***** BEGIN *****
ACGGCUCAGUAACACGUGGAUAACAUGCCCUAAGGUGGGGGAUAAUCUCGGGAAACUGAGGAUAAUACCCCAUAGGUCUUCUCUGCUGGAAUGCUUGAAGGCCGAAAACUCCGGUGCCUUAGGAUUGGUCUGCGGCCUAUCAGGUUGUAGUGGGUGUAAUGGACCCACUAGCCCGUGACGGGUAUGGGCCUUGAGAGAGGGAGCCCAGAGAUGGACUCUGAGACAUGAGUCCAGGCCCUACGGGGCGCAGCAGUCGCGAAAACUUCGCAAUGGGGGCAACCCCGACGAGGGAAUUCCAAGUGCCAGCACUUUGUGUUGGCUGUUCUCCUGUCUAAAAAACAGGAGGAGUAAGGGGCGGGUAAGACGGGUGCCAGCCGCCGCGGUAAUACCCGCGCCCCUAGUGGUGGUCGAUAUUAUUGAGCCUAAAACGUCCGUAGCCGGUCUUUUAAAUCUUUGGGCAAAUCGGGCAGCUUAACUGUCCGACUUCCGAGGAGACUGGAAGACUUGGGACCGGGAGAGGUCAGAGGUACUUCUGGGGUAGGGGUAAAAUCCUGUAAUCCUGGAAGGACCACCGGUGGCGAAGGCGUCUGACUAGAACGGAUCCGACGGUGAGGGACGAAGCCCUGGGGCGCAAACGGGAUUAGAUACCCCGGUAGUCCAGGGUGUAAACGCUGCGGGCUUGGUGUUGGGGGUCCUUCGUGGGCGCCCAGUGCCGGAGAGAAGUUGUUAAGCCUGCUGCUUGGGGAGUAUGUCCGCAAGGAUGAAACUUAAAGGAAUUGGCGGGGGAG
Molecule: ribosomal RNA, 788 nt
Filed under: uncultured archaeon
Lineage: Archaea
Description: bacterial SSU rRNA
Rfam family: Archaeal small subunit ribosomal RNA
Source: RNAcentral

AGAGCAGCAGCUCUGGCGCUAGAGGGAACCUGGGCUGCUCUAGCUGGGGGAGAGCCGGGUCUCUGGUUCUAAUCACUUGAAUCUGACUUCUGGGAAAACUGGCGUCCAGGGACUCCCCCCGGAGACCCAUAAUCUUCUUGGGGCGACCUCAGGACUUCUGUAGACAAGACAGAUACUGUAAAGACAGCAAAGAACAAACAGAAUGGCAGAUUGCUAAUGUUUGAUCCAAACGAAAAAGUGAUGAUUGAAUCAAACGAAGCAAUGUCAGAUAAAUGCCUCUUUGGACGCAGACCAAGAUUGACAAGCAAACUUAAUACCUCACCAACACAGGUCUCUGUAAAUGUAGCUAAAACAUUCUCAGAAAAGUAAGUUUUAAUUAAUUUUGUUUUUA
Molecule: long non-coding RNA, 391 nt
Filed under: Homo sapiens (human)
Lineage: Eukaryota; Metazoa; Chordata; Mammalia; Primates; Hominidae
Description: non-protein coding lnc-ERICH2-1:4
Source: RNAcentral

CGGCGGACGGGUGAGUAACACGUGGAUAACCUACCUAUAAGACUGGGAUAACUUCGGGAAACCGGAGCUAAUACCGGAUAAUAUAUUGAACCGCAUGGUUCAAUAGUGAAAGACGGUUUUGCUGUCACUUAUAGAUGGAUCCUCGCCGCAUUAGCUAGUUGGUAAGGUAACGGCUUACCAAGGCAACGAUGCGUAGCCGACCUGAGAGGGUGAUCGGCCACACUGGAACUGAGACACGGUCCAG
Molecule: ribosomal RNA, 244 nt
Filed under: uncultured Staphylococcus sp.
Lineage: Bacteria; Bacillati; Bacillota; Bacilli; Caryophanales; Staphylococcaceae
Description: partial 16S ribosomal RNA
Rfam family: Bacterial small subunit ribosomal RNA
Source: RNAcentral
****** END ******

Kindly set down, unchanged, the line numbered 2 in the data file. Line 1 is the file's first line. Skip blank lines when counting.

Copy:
Molecule: ribosomal RNA, 788 nt